See abstractAbstract. This paper investigates how adolescents are socialised to accept or reject police violence and abuse of power, and how these dispositions influence police legitimacy. Data came from a survey with 724 participants born in 2005, residents of the city of São Paulo, Brazil. Direct and indirect effects of experiences of violence and police contact over adolescents evaluations of police were estimated using structural equation modelling. Results indicate that aggressive and illegal policing, as well as exposure to violence in the neighborhood erode confidence in policing.
Do trust and legitimacy ‘arrive on foot’ and ‘leave on horseback’? A longitudinal test of the asymmetry thesis of police-citizen contact
Authors: Thiago R. Oliveira, Jon Jackson, Kristina Murphy, & Ben Bradford.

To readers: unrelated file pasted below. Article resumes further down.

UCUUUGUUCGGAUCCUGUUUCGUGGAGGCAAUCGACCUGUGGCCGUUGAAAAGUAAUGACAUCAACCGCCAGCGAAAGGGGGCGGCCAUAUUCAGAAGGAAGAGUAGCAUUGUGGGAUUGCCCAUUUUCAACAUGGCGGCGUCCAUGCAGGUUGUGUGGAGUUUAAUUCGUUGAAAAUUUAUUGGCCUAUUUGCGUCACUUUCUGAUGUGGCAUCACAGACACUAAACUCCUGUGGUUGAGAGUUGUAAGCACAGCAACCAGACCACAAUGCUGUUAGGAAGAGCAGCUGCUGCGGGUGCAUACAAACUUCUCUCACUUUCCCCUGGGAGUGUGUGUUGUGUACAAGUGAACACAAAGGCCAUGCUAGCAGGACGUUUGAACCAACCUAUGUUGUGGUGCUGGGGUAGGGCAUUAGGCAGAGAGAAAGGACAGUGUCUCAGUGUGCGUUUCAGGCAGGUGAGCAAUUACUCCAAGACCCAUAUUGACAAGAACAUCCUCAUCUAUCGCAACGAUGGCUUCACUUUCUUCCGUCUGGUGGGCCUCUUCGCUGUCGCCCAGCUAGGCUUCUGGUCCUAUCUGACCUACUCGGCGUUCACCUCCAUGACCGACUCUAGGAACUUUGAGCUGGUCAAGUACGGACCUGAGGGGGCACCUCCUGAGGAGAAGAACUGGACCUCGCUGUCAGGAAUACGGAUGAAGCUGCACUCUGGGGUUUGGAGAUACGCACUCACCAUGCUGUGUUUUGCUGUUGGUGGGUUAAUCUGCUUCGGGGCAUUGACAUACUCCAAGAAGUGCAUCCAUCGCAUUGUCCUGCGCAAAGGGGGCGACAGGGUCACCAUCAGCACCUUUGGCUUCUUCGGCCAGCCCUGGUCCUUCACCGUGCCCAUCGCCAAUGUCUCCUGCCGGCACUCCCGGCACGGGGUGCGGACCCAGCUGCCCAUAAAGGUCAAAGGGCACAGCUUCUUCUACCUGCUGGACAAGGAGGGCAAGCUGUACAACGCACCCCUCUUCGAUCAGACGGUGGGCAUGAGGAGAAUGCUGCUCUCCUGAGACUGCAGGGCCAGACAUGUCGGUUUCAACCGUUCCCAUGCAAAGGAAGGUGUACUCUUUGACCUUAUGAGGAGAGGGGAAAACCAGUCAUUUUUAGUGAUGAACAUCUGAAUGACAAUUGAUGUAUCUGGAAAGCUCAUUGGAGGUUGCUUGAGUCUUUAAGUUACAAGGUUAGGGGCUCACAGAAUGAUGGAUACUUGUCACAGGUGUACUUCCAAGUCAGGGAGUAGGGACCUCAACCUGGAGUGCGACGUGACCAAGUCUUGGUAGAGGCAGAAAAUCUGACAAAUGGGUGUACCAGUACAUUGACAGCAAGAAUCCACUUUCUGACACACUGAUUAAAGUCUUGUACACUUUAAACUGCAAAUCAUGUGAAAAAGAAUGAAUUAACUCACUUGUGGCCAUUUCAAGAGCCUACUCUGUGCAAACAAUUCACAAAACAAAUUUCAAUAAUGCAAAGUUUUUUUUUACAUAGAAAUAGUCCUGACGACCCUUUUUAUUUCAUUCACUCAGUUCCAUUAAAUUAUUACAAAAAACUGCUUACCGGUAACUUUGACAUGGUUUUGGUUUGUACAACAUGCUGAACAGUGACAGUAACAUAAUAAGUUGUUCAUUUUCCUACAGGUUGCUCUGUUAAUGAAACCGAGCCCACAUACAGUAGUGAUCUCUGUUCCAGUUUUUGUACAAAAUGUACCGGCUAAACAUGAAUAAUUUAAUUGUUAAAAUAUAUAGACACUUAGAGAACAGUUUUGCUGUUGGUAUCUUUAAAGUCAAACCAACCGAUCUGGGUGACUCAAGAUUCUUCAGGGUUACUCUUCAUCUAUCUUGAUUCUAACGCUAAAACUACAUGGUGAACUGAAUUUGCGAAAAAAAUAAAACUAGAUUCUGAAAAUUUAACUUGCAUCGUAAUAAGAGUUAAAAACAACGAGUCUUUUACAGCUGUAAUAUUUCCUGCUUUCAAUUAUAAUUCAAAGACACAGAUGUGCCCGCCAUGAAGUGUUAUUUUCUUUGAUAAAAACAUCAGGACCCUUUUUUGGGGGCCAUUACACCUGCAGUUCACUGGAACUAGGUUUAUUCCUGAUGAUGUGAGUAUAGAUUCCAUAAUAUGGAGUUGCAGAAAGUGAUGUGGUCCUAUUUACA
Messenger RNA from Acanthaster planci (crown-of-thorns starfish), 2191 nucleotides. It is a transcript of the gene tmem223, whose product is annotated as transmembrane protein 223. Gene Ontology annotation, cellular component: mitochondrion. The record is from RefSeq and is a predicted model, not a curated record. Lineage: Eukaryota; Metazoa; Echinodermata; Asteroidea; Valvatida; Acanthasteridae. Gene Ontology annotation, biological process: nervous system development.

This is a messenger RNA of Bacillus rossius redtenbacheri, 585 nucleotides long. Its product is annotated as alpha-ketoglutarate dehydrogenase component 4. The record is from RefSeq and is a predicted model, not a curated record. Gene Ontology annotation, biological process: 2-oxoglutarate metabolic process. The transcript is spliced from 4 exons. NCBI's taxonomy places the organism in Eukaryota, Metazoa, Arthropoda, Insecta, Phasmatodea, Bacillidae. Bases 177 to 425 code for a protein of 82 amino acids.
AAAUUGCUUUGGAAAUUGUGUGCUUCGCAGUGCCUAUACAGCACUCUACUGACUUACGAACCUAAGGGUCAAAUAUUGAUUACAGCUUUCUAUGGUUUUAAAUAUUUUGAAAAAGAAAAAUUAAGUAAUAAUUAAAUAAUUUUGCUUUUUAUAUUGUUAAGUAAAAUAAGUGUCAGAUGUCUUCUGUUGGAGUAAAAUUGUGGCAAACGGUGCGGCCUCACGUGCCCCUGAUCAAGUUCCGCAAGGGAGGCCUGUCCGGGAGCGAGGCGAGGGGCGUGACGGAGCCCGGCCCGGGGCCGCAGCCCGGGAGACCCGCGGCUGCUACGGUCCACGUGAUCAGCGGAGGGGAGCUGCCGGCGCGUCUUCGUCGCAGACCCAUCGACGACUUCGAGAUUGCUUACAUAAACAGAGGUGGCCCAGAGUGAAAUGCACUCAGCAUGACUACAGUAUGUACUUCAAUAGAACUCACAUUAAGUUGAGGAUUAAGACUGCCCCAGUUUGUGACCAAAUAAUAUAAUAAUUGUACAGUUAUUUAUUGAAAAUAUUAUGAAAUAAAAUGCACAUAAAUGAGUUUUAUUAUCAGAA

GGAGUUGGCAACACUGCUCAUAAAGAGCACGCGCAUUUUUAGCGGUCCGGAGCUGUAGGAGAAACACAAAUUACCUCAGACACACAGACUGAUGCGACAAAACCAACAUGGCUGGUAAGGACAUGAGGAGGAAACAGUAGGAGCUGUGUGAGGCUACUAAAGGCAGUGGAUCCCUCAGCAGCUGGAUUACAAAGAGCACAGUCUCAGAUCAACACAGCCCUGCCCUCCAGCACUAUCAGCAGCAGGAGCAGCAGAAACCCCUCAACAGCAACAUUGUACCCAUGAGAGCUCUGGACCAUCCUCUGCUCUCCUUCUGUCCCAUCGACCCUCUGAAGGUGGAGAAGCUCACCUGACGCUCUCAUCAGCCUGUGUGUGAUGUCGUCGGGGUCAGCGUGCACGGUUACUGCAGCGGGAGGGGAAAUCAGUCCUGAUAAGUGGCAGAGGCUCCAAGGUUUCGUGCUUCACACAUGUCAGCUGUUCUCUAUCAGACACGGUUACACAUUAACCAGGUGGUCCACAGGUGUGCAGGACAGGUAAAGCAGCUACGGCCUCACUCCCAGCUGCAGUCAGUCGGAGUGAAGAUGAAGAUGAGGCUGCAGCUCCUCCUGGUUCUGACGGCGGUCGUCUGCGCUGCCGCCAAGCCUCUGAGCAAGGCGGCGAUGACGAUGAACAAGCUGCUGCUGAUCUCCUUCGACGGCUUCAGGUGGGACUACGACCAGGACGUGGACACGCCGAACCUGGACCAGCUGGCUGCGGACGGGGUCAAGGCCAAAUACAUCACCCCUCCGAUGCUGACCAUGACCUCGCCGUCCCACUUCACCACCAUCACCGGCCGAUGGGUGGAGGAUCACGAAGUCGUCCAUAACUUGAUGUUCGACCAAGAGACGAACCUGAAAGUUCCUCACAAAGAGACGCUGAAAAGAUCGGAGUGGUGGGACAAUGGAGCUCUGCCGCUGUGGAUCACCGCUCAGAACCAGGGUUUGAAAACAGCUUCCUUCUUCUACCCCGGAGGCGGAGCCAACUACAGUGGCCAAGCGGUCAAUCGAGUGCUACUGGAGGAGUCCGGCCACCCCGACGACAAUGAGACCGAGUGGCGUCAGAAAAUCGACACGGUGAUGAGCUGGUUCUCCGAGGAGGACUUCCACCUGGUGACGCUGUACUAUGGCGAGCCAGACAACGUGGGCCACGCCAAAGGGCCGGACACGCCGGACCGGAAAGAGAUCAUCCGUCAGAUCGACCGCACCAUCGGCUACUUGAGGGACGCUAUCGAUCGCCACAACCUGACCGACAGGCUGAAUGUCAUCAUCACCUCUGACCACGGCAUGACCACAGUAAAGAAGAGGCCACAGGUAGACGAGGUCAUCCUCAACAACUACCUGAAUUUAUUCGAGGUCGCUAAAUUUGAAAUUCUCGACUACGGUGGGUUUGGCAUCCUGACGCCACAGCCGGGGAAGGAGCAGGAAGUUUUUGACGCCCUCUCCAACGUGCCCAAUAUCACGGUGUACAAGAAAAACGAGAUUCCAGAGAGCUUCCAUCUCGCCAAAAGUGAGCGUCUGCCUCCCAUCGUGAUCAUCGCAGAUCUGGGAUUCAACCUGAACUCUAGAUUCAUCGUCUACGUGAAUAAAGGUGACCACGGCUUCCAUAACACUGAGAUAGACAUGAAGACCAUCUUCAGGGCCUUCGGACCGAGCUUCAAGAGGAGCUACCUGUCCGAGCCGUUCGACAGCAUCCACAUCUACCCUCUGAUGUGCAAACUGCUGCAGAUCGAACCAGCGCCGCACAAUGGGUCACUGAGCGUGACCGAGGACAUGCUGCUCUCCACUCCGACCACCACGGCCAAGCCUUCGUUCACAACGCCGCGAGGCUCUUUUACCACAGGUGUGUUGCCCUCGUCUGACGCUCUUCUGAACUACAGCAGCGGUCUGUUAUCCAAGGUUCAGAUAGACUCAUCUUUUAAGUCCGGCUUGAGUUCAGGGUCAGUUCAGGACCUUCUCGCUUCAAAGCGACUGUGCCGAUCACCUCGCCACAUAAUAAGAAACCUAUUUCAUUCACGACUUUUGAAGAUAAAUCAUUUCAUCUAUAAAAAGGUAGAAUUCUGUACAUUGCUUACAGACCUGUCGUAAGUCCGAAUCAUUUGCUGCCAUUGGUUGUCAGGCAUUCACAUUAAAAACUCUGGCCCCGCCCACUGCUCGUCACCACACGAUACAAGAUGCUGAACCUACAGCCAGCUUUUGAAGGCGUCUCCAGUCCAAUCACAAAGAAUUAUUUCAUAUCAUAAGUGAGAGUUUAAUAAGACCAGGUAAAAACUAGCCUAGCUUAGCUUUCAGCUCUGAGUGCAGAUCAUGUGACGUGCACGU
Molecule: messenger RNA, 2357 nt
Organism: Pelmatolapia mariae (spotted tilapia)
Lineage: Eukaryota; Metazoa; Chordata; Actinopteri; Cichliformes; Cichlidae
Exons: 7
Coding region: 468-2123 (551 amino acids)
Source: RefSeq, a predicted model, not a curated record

See abstractAbstract: Are trust and legitimacy hard to win and easy to lose? In this paper, we revisit the relationship between police-citizen encounters and attitudes towards the police and test the asymmetry thesis using panel data. Despite some evidence from cross-sectional studies indicating that attitudes ‘arrive on foot’ but ‘leave on horseback’, we suggest otherwise based on a longitudinal test comparing changes in trustworthiness and legitimacy. Drawing on data from a two-wave panel study of a nationally representative sample of Australian citizens, we measured (a) police-citizen encounters between waves 1 and 2, (b) satisfaction with process and outcome during those encounters, (c) respondents’ trust in police fairness and effectiveness, and (d) duty to obey the police (legitimacy). Analysis is carried out using autoregressive structural equation modeling. Results indicate slight asymmetry for trust in police effectiveness, strong symmetry for trust in police fairness, and strong asymmetry – in the opposite direction – for duty to obey. In a further investigation, latent moderated structural models find little evidence of heterogeneity in the association between police-citizen encounters and changes in trust in police fairness and duty to obey, but prior levels of perceived effectiveness moderate the association between contact and trustworthiness. In particular for changes in procedural justice and legitimacy, the association with police-citizen encounters may not be as asymmetrical as previously thought. Policing policy implications include considering public-police interactions as a potential source for enhancing police trustworthiness and legitimacy.